What is worse, being deaf or blind?

Rose Wahlmeier, Editor in chief

Anna Hughes and Olivia Link demonstrate their part of the famous monkey pose "see no evil, hear no evil, and speak no evil." (PHOTO: Lauren Suter)
Anna Hughes and Olivia Link demonstrate their part of the famous monkey pose “see no evil, hear no evil, and speak no evil.” (PHOTO: Lauren Suter)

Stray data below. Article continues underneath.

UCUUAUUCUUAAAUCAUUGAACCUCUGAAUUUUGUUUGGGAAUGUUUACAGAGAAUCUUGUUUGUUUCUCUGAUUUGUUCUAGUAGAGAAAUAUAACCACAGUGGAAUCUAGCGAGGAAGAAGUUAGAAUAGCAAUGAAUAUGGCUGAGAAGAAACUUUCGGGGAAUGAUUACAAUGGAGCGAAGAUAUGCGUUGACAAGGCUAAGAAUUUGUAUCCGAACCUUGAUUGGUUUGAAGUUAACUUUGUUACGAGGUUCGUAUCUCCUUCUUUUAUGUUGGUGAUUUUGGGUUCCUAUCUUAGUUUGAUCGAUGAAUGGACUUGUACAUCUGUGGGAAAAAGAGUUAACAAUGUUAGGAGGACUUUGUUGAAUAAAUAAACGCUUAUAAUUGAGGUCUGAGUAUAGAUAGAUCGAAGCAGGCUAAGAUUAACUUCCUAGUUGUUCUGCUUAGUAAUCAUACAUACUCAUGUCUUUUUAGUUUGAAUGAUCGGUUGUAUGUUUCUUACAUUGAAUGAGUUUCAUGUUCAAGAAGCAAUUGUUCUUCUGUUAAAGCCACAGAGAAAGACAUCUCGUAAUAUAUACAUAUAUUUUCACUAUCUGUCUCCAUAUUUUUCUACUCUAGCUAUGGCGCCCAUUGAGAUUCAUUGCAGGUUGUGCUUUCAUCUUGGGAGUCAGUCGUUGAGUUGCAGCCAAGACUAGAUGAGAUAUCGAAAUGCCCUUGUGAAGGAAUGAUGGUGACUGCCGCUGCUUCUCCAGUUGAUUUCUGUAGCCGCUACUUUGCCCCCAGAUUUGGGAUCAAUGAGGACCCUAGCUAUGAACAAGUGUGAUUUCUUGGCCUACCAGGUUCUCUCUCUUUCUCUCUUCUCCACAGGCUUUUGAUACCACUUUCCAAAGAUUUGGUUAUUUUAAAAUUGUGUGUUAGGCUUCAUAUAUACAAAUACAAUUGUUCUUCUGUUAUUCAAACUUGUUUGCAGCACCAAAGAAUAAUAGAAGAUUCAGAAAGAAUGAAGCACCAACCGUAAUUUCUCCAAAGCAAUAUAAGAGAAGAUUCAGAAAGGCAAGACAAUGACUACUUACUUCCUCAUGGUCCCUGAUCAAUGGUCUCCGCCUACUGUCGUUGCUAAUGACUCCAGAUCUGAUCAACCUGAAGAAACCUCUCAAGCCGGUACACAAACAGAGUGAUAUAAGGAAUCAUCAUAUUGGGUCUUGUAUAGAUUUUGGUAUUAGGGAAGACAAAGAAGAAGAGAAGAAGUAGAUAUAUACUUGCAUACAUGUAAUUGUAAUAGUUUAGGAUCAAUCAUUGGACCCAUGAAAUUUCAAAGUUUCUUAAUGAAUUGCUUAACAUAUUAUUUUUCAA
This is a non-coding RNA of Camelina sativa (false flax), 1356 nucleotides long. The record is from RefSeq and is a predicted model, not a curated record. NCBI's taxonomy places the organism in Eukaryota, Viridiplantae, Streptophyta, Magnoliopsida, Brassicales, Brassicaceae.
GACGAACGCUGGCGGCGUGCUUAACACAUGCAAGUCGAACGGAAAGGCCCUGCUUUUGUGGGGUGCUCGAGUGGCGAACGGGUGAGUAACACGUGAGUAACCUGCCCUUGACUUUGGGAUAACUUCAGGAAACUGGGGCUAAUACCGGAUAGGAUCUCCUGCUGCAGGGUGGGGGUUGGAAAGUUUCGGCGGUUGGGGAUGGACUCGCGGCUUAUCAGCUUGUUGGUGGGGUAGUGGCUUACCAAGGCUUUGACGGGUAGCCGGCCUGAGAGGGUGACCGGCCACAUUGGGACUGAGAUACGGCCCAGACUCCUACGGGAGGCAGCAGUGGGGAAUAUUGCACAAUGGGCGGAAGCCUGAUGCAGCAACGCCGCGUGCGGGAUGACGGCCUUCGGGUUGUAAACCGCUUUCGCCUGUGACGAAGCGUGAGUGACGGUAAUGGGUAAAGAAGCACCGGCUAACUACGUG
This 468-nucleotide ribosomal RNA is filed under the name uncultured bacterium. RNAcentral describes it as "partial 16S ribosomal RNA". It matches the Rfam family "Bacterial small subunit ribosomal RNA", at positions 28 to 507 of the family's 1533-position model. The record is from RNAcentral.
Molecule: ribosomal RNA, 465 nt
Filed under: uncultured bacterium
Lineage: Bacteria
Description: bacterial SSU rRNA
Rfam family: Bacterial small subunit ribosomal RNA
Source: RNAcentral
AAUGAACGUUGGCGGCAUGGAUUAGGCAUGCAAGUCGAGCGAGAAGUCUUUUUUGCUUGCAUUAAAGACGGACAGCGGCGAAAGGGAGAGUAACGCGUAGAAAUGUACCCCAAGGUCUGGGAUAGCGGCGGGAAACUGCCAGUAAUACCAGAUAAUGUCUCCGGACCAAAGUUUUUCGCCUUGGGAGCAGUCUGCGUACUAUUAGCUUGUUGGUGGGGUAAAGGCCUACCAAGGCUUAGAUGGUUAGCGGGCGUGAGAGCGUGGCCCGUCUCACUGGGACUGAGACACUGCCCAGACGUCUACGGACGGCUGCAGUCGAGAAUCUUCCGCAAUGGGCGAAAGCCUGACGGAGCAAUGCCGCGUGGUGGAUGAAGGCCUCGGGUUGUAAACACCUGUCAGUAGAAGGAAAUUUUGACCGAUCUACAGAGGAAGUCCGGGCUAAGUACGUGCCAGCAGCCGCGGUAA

Handicaps are tragedies. Thankfully most people do not have to worry about the top two sensory handicaps: blindness and deafness. But what if you did have one of these disabilities? Which of these would be worse to live with? Freshman Olivia Link stated, “I would rather be deaf because I could still see and I would be able to learn sign language to communicate.” Junior Hannah Birk said she would also choose being deaf over blind because she already knows a little bit of sign language. According to SIPP, fewer than one in 20 Americans are currently deaf. There are 1,000,000 people today who suffer from the disability. “I think I would run into everything if I was blind, so I would rather be deaf. Plus it would be easier to communicate,” said senior Christian Isch. On the other side of this ability, people may also choose to lose eye sight instead of hearing. Junior Nik Johnson said, “I would rather be blind because I would be Dare Devil.” According to WHO facts, 39 million people in today’s world are currently blind. Sophomore Anna Hughes said she would rather be blind because she could not imagine a world where she could not hear anything. She believes it would be miserable. Cat Tracks staffer senior Noelle Haselhuhn thinks it would be better to be blind. However, her mother thinks the opposite. “If I was blind, I would not be able to read, and I really enjoy doing that,” says math teacher Gayle Haselhuhn. Luckily, if you do have either of these disabilities, you are not out of hope. There are several treatments to help improve blindness, such as laser surgery . . . although this article does not come in braille so you would not know this. If you are deaf, you can get hearing implants to improve your ears. There are so many treatments to help people with these disabilities. Luckily, the school works with Allen Community College who offers the class of sign language as a night class. Unfortunately though, Burlington High School does not have access to a braille class, so if you have the blind disability, you may be out of luck. According to Helen Keller, “Of all the senses, sight must be the most delightful. Life is either a daring adventure or nothing.”